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A psychiatrist criticises the psychiatric publishing industry

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Countless numbers of people will benefit greatly from re-thinking the paradigm of mental illness or mental disorder as outlined by the profession of psychiatry. A profession that has now embraced what they puport to be the science of a medical model that espouses that mental illness is all-biological – that it is a brain disease, or a brain disorder, and that the only way to treat it is with psychiatric medication.

“Bio-psychiatry theorizes that emotional distress is a result of a defect in the brain. Yet, it does not understand the brain and its methods are to suppress the functioning of the brain. We must differentiate between the brain and the mind. Of the mind, it knows nothing and offers nothing.” – Dr Dan L. Edmunds

The definition of mental illness or mental disorder can also be challenged. Dr. Peter Breggin, M.D., himself a psychiatrist, argues that it is the psychiatric medications pushed by the marketing of biopsychiatry that is causing chemical imbalances in people’s brains – not that there is any mental “disease” that causes any such chemical imbalance as is the argument of the pseudo science of biopsychiatry.

I am a Life Coach and Mental Health Coach. I am a former consumer of mental health services. I will be blogging about my own experiences, beliefs, and opinions here. I am not a mental health professional or a doctor. I will, however, be providing many links, videos, and interviews via my online radio show The Psyche Whisperer for you contemplation on this very important topic.

In his books, The Myth of Mental Illness, The Manufacture of Madness, The Myth of Psychotherapy, and Ideology and Insanity, Thomas Szasz debunks the very notion of “mental illness.” He cogently argues that the notion of “mental illness” was invented through the mistaken use of metaphor and the self-serving definition of terms. So-called “mental illness” was invented by declaration and definition.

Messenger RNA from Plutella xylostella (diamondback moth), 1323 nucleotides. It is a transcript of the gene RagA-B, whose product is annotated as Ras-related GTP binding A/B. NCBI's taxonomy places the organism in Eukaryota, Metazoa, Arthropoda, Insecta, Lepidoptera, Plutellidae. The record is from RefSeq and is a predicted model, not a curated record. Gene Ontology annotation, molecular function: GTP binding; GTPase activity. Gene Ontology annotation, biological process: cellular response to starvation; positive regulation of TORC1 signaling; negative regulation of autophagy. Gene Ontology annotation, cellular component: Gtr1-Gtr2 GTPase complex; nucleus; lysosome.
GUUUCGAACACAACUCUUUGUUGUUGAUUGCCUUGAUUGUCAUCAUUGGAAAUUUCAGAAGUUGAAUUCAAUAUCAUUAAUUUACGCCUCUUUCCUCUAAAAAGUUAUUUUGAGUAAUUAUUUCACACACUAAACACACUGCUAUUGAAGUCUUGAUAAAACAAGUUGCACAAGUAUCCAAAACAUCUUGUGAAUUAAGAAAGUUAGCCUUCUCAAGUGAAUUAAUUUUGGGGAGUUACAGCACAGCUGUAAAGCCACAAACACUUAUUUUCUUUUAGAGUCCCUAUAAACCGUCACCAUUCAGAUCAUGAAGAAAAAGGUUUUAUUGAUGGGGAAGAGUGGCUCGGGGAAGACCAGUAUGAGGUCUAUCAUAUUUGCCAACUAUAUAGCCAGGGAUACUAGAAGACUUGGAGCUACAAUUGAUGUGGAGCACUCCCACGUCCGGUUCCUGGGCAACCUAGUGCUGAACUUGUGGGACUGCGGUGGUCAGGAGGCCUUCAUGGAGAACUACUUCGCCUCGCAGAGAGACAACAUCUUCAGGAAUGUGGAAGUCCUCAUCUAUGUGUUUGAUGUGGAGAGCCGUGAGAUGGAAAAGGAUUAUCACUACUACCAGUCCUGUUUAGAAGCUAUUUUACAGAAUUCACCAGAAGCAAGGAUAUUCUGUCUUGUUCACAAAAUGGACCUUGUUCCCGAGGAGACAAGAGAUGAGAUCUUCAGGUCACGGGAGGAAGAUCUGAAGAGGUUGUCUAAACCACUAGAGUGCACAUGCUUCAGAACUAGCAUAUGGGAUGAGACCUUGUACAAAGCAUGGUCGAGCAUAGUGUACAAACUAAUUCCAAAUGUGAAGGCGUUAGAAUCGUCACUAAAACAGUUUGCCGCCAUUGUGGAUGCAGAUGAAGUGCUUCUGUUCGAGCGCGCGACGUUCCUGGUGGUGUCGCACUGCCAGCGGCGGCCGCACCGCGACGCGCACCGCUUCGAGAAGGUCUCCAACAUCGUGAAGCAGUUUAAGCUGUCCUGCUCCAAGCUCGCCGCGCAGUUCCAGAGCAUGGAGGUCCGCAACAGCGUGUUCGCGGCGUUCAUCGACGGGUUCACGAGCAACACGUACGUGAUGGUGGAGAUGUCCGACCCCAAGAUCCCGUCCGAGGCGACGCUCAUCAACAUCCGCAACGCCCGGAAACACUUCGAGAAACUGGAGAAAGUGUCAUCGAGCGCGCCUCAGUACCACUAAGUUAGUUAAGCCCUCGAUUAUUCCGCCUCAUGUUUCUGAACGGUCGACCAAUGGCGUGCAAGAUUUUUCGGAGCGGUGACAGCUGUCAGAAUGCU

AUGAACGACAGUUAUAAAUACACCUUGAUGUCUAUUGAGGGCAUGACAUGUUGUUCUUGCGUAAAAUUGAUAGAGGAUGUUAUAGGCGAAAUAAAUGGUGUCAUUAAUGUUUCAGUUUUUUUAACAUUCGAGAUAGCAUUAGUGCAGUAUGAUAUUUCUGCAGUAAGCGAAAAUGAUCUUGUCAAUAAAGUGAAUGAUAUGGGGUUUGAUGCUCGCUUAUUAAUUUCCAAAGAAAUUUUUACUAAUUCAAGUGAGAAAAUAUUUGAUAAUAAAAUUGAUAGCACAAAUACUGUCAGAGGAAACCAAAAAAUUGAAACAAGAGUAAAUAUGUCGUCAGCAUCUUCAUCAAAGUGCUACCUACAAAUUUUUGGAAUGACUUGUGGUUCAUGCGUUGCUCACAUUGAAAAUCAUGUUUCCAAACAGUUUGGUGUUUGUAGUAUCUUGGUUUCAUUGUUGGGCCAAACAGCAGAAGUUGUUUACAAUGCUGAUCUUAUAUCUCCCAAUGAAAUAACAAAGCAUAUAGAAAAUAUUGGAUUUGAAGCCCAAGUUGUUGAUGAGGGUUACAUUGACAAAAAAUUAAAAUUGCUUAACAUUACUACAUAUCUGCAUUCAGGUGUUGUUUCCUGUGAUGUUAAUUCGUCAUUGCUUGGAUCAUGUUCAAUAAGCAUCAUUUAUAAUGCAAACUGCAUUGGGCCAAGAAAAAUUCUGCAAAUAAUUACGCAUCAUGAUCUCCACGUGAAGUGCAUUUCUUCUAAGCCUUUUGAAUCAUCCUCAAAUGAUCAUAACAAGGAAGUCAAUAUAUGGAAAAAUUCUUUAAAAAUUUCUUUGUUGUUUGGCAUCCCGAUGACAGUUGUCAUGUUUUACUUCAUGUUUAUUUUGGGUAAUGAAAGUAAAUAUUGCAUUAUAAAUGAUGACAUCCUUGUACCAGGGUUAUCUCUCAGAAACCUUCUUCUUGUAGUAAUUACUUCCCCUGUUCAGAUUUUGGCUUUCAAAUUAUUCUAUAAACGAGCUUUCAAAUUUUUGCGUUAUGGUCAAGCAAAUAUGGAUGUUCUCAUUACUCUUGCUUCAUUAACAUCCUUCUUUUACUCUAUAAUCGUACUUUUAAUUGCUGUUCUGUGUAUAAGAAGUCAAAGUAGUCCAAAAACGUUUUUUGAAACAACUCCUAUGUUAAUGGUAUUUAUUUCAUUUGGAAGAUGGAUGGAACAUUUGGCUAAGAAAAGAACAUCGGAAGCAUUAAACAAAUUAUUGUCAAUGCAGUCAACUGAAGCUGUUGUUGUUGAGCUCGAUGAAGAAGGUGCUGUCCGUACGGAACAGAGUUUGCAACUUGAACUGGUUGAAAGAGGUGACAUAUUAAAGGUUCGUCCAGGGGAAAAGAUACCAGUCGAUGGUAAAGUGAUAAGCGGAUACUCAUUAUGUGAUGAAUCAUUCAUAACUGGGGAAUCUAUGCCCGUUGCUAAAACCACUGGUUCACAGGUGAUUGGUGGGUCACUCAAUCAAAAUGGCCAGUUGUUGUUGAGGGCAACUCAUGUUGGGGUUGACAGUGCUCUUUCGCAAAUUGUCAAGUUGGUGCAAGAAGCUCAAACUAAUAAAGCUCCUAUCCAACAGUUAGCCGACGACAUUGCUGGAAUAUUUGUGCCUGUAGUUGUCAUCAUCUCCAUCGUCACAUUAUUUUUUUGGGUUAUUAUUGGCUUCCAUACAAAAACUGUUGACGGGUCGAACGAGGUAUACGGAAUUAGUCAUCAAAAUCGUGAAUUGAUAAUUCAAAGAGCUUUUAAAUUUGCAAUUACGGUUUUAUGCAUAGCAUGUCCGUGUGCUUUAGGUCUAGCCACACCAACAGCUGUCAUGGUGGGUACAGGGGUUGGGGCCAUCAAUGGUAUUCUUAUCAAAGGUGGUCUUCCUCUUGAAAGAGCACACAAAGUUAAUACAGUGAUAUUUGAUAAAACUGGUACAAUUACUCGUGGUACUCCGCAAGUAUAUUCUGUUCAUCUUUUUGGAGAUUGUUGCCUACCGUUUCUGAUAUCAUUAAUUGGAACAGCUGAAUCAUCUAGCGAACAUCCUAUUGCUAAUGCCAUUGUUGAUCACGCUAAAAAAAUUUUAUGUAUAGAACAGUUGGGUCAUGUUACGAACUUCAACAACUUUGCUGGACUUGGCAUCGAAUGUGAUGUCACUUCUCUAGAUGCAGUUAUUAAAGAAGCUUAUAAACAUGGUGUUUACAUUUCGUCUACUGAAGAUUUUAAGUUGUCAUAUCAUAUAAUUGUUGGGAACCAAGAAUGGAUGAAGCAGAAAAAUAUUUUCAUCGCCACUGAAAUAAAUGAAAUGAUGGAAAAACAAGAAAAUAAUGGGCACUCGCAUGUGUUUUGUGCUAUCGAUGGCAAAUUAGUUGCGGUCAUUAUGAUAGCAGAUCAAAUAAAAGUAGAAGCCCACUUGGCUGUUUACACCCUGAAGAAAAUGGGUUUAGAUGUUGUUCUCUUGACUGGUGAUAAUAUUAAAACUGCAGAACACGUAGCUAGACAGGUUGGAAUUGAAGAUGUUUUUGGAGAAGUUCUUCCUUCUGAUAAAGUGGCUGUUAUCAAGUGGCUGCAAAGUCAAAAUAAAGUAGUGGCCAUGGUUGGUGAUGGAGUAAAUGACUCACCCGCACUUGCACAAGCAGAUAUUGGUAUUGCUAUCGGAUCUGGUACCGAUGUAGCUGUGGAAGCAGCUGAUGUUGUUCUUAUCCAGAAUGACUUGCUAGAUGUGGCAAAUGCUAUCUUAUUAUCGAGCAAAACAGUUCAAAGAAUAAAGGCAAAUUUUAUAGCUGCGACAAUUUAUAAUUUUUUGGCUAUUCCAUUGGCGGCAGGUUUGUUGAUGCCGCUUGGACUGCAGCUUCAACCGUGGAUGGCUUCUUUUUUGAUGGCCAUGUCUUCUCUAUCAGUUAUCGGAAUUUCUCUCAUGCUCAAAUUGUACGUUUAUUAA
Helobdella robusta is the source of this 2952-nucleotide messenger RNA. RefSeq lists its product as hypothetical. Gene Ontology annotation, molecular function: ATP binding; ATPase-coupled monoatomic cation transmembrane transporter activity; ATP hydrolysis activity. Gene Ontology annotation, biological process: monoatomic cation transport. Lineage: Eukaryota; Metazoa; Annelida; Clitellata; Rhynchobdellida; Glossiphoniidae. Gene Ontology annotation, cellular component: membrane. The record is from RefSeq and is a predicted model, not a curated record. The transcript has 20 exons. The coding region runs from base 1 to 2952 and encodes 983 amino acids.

Way too many people believe what is being said, published, and of course given endless mainstream media attention about the medical model of mental illness as a brain disease. Why, you might wonder? The answer is simple. It’s not so much about it being all-true. It is way more about the fact that mainstream media, mainstream publishing, and professional journals, are all more or less in cohoots and have become a very exclusive club. An exclusive club funded largely by Big Pharma in the United States. They pay big money all over the place to keep dissenting opinions of anyone and that includes professional who do not agree that biopsychiatry is a science and who do believe it is a pseudo-science doing way more harm than good.

There will be much more here soon, please check back.

 

© A.J. Mahari, August 8, 2010 – All rights reserved.


Organizations critical of psychiatry

  • Citizens Commission on Human Rights
  • Dr. Peter Breggin’s Empathic Therapy Center
  • The Society for Laingian Studies, R.D. Laing (1927–1989)
  • Loren Mosher, MD, (1933–2004)
  • The Thomas S. Szasz, MD, Cybercenter for Liberty and Responsibility
  • International Center for the Study of Psychiatry and Psychology
  • Mind FreedomA Support Coalition United Action for Human Rights in Mental Health
  • International Center For Humane PsychiatryDr Dan L. Edmunds – Founder
  • Law Project for Psychiatric Rights
  • IAAPA International Association Against Psychiatric Assault
  • PSAT Psychiatric Survivor Archives of Toronto
  • Tana Dineen, Ph.D
  • Critical Psychiatry Website (UK) Network of Psychiatrists Critical to Psychiatry Working in the UK.

  • Thomas Szasz

    Life

    Thomas Szasz  (left)  was born to Julius and Lily Szasz on April 15, 1920, in Budapest, Hungary. In 1938 Szasz moved to the United States, where he attended the University of Cincinnati for his Bachelor of Arts in medicine, and received his medical degree from the same university in 1944. Szasz completed his residency requirement at the Cincinnati General Hospital, then worked at the Chicago Institute for Psychoanalysis from 1951–1956, and then for the next five years was a member of its staff—taking twenty-four months out for active duty with the U.S. Navy. In 1962 Szasz received a tenured position in medicine at the State University of New York.  Szasz had first joined SUNY in 1956. Szasz’s views of psychiatry were influenced by the writings of Frigyes Karinthy.